Lag b’Klezmer

Dan Blacksberg, a Philadelphia-based trombonist and composer, is known for fusing traditional klezmer music with other genres of music — for instance, he was part of Deveykus, the world’s only Hasidic doom metal band.

He also had a band called Electric Simcha, which fused “early-80s hardcore — namely bands like Black Flag and the Minutemen — with a repertoire of old-world Hasidic melodies drawn from weddings and other religious celebrations.” In fact, Blacksberg dug up an EP that Electric Simcha had recorded in 2011 and released it on May 1.

Blacksberg teaches at Temple University, where he started the school’s first klezmer band. He was able to move that work online, but he still acknowledged that he’s lost a great deal of income from the lack of live performances.

Still, he’s trying to make it work. He curated a day of the ACT4Music Online Festival, showcasing musicians that are associated with the international klezmer scene, on May 19. And before that, on May 11, he hosted an online Lag b’Omer klezmer rock dance party in conjunction with Kol Tzedek Synagogue, the West Philly-based Reconstructionist synagogue.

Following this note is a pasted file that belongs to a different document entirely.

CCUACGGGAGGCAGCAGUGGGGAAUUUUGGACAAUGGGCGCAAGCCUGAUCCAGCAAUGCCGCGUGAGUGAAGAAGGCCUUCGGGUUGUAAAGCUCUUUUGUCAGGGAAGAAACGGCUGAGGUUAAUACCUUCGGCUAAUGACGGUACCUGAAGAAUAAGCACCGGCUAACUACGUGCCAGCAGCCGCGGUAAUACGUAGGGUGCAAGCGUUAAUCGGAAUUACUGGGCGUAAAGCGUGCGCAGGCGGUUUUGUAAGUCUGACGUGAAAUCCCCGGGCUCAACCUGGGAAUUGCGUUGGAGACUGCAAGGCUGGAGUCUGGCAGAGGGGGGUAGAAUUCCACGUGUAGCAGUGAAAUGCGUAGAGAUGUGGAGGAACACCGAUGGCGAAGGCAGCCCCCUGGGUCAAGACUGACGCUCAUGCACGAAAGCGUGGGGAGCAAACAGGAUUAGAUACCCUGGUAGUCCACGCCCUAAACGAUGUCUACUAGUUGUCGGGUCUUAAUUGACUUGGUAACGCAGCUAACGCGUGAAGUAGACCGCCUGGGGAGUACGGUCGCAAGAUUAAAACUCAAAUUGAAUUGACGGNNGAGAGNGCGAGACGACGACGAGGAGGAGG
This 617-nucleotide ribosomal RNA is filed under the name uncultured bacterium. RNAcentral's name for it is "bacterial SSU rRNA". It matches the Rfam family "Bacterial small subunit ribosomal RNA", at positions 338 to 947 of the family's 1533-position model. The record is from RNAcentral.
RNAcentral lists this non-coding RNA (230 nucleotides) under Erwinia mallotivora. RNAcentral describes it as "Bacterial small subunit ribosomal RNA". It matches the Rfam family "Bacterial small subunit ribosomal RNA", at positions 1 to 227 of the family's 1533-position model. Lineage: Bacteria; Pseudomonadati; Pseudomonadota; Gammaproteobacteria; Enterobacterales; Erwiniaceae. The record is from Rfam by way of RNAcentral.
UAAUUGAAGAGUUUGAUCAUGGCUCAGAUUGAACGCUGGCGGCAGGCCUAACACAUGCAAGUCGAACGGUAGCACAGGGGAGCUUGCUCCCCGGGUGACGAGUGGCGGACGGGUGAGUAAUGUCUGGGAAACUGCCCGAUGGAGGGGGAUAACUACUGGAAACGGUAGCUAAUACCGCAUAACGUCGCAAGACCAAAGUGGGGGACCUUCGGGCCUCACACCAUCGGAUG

“For me it was a lovely thing to do and connect with the community,” he said.

Netflix and Zoom

The Gershman Philadelphia Jewish Film Festival isn’t merely a film festival — it also runs screenings and other events throughout the year.

Matt Bussy, the festival manager, said that in the absence of this spring’s live screenings, the festival has been hosting weekly Netflix watch parties in which participants watch a movie together on Netflix and chat about it through a special Google Chrome extension called Netflix Party. The series started April 27 with Jenny Slate’s stand-up special “Stage Fright” and was followed by viewings of “Menashe,” “They Are Everywhere” and “The Cakemaker,” and “The Awakening of Motti Wolkenbruch.”